In order to help people adopt an ex-racing greyhound, ADM have outlined what a racing greyhound is likely to experience in kennels and how to help them make the transition to home life.  

For most greyhounds, life in racing kennels is predictable, their life revolves around allotted times for feeding, exercise and racing. Before they retire, they won’t have experienced a home environment. In practical terms this means, for example, that greyhounds may not be toilet trained - they do, however, usually pick this up quickly.

Because racing greyhounds are unlikely to have encountered stairs before, some have initial difficulty with these. Stairs need to be introduced slowly. They tend to prefer carpeted stairs to avoid slipping.

Also some greyhounds struggle with the concept of windows/glass doors and will try to run through them. ADM suggests if your greyhound has this problem to put coloured tape in an X on the glass to show them they can’t run through it.

Importantly, greyhounds are trained to chase “small furries” so, depending on their prey drive, ADM emphasise they may need to be on a lead and wear a muzzle indefinitely when out and about.

Despite all this, greyhounds can make incredibly rewarding pets. If you’re interested in adopting Trigger or any of ADM’s dogs, see alldogsmatter.co.uk.

In order to raise funds, ADM are holding a Halloween Dog Walk and Parade on October 31. We’re invited to meet at the Spaniards Inn, Hampstead. Tickets (£5/adult) are available online. Categories for the parade include Spookiest Dog/Child/Adult.

Column  27th October  2021

Just had lunch at a great pub in Guildford. It was a chilly day and there were two fabulous heated outside cabins just a stone’s throw from the river. The only problem was - we weren’t in one. Being in the right environment does help you to enjoy an event so much more.

Many rabbits are not in the right environment. Cooped-up, on their own, in a small hutch, out of sight is the fate of too many rabbits.  They need the company of at least one other friendly neutered rabbit and to have enough space to display their natural behaviours such as running, jumping and digging. Rabbits can live indoors as house rabbits (but make sure you have rabbit-proofed the area they live in) or outdoors in a large hutch that has a secure enclosed exercise run attached to it. The Rabbit Welfare Association and Fund (RWAF) constantly remind us that “A Hutch Is Not Enough” - the total space they have should be a minimum of 3 metres by 2 metres and at least 1 metre tall.  You can see more details of rabbit housing at rabbitwelfare.co.uk and rspca.org.uk.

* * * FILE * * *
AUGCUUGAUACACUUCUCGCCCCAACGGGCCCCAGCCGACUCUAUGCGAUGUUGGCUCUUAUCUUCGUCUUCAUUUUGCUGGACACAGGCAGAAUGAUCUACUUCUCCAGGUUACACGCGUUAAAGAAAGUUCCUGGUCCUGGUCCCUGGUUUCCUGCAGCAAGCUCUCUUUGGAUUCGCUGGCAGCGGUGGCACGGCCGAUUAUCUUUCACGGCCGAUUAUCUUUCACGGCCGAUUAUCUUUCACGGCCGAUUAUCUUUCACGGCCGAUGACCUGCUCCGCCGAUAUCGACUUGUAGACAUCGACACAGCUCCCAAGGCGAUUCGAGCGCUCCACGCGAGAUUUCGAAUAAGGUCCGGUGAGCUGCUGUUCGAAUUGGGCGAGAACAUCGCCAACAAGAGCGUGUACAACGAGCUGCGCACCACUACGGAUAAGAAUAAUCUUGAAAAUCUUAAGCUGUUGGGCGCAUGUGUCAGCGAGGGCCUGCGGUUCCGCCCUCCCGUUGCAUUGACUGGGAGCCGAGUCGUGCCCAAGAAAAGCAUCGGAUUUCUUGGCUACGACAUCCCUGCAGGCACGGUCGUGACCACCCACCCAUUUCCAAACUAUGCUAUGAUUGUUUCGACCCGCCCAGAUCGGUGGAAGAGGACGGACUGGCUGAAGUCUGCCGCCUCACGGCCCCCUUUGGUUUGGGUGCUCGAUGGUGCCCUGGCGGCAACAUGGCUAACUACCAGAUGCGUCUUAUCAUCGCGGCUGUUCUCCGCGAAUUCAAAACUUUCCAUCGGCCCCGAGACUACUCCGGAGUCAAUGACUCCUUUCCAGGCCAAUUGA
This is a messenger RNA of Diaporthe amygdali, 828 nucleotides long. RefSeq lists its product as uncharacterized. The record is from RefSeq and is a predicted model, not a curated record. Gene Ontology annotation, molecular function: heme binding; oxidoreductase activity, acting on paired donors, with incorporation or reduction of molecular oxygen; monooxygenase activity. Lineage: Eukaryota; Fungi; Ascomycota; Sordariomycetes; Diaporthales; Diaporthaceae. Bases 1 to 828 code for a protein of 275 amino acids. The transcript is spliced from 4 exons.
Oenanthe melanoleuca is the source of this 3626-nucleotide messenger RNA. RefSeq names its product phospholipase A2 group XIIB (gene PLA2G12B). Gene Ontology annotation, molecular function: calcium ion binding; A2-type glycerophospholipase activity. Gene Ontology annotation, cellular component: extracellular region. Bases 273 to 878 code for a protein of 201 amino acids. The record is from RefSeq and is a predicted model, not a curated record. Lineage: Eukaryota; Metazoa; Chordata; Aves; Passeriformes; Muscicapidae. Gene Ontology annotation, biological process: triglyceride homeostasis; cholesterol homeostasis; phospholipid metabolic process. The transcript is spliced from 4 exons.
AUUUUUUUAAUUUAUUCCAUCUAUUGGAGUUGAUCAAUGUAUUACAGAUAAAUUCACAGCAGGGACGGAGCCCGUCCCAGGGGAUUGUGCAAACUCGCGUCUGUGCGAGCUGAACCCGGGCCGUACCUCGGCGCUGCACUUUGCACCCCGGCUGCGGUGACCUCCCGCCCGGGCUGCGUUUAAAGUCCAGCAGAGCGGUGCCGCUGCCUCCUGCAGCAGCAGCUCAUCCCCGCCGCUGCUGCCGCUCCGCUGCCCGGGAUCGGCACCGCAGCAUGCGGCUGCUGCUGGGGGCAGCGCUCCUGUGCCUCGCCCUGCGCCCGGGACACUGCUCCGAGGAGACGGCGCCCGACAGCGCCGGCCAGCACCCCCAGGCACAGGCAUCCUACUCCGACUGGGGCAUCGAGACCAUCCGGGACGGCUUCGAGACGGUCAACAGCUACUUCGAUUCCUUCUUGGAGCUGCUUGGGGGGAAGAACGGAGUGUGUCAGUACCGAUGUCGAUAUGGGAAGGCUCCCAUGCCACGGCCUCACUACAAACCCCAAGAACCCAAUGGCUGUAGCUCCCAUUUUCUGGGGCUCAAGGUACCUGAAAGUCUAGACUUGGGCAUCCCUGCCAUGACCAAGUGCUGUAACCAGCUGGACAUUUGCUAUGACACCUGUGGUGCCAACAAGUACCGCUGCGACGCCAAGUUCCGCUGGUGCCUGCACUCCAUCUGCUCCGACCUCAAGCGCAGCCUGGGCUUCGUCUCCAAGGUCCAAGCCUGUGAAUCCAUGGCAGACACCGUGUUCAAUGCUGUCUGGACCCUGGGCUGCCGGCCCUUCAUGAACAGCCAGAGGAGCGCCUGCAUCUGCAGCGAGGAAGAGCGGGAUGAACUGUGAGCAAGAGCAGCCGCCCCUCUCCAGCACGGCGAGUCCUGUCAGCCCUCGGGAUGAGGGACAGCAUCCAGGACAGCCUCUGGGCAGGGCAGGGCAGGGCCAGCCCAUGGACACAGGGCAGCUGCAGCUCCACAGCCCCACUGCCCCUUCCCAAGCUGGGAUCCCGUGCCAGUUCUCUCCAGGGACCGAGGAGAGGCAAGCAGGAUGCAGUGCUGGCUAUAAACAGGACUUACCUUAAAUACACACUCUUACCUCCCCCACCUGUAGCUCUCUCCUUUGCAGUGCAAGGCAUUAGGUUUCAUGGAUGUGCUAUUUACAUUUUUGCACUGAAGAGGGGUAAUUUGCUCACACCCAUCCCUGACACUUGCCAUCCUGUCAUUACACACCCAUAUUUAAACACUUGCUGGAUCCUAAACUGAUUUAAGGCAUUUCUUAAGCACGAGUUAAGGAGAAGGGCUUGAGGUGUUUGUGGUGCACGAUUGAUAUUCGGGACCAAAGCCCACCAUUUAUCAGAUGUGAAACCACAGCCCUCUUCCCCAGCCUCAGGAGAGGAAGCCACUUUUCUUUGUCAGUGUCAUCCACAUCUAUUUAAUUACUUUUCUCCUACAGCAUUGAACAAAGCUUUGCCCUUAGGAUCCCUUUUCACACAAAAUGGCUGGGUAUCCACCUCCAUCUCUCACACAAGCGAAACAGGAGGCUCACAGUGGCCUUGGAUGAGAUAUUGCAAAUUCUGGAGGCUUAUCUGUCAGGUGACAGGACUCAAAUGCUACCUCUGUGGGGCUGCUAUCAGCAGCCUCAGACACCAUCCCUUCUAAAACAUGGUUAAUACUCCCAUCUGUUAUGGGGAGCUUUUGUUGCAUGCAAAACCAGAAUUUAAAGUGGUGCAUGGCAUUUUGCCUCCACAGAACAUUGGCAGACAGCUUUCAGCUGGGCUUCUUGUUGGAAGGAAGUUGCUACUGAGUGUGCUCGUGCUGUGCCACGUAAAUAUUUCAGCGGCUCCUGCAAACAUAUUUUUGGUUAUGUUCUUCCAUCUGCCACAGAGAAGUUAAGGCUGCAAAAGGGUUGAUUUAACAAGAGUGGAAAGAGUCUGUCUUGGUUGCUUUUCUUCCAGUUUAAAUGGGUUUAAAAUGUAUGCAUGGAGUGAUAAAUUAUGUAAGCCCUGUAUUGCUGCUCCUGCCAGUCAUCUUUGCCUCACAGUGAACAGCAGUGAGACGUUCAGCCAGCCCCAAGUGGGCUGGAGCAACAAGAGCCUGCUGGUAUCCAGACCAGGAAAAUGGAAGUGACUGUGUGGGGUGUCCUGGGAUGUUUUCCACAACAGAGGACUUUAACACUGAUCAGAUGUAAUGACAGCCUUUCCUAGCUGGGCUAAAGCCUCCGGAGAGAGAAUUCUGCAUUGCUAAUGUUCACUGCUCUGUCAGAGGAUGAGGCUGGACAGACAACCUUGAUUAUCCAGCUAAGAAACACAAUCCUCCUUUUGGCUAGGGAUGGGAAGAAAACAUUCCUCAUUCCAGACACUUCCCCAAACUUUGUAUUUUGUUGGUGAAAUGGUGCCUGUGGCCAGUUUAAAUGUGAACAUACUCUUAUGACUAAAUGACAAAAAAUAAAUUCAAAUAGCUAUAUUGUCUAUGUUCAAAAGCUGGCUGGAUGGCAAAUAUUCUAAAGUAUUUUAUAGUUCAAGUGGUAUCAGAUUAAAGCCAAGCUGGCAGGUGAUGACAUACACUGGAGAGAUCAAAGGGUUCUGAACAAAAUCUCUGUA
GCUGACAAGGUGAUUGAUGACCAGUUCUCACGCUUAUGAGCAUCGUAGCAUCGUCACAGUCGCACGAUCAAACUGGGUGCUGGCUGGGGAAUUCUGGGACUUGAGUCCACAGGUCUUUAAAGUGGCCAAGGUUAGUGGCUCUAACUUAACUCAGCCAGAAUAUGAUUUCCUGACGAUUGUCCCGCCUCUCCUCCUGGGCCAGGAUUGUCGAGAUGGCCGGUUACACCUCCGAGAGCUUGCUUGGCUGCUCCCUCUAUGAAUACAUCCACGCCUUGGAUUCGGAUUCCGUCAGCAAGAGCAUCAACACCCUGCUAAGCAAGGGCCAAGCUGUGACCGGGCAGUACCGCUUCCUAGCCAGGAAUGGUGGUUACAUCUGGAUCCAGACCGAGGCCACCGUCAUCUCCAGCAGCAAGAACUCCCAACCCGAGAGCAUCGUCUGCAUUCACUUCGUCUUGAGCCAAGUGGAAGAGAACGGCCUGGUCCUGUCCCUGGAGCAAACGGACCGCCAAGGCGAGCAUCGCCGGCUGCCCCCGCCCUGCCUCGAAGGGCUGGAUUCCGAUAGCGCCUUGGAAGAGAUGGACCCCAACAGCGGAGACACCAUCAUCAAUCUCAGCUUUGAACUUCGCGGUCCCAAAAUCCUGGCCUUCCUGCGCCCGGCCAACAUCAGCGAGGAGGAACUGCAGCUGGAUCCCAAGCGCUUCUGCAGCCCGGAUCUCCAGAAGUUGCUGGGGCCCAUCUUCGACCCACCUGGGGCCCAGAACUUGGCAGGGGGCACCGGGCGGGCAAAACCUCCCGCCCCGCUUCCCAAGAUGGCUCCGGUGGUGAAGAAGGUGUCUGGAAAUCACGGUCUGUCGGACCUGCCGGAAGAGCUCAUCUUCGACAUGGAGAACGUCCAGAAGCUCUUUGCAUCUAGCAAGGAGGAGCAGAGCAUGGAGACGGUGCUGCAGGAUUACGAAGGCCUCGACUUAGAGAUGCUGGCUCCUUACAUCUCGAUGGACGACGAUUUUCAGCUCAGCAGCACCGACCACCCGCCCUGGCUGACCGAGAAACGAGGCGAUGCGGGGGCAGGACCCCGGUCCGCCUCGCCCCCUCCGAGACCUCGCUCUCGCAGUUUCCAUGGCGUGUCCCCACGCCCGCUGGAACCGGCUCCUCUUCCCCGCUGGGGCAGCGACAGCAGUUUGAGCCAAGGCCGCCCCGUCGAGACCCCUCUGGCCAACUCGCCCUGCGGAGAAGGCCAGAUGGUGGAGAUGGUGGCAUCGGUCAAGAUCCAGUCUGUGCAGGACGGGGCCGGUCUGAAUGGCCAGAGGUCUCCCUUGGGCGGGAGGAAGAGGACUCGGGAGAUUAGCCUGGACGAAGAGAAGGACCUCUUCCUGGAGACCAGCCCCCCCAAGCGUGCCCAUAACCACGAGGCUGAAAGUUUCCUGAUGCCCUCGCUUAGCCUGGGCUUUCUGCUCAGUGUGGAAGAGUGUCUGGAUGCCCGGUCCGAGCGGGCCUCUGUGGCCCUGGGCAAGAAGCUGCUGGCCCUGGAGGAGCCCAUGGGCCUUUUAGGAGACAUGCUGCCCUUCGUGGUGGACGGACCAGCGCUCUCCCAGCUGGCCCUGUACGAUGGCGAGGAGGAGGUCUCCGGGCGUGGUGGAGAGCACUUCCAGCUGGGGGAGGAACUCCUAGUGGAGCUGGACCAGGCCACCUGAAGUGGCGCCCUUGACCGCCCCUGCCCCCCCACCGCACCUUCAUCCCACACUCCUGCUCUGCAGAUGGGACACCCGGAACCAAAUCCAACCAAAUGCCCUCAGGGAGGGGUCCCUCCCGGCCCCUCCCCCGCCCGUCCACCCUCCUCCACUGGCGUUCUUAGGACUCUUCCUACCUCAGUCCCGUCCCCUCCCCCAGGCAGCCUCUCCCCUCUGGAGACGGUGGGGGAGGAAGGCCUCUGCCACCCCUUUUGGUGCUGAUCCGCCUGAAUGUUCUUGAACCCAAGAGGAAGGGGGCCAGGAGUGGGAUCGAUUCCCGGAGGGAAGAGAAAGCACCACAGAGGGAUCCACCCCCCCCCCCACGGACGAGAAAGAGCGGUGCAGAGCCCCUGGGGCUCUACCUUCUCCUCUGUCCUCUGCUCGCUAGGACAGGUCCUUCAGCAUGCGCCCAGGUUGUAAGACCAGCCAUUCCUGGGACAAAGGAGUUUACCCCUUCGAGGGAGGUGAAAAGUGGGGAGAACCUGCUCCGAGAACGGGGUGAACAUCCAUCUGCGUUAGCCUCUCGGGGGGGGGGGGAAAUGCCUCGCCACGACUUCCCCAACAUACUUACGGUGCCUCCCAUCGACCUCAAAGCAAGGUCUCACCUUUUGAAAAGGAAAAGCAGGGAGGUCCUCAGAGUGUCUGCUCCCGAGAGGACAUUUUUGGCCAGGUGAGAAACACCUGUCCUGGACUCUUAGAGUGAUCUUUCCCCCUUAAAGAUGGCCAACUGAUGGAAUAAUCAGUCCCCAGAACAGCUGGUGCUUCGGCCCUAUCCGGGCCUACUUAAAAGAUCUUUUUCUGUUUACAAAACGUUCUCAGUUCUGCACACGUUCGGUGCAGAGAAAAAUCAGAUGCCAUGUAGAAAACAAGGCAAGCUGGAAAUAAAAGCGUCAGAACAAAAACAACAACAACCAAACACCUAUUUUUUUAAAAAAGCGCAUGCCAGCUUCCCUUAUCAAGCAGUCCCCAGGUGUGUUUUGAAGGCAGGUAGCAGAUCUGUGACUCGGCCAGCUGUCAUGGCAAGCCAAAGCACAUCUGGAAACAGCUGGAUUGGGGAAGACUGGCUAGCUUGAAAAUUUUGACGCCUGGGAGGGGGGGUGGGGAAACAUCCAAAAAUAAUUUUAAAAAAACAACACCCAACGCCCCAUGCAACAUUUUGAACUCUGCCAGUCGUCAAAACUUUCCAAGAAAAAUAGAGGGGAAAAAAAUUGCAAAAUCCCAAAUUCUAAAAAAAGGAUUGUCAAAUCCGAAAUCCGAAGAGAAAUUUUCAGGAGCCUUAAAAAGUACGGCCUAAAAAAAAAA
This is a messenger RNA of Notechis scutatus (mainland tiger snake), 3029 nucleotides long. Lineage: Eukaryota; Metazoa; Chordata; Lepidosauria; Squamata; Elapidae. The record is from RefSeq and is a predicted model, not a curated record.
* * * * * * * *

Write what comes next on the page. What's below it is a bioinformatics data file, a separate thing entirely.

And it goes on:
Jolene and Milo would be particularly interested in looking at a brochure of indoor rabbit housing. These two beautiful rabbits are currently in the care of the National Animal Welfare Trust (NAWT), We’ve met them before (Gazette July 21) but they’re still waiting for a home. They are an inseparable pair who are used to living indoors. Touching them is softer than touching cotton wool.

If you can offer them a loving home, see nawt.co.uk or meet them at the NAWT rehoming centre Tylers Way, Watford-by-pass.  

While you’re there, be prepared for some spooky sightings as, until November 2, the centre is running a Halloween event during which visitors can test their ghost hunting skills.

But being scared isn’t always fun and many animals find this out at firework time. As firework season approaches, we must remember to look after our pets. Ways to protect them include keeping your dog or cat indoors at times when fireworks are expected, walking dogs early and closing windows and curtains to muffle the sound. It’s important not to forget small animals who normally live outside. Partly cover cages and pens with blankets to reduce the sound but make sure the animal has enough ventilation and can always see out. Give your pet lots of extra bedding to burrow in to help them feel safe. See more ideas at rspca.org.uk.

October 2021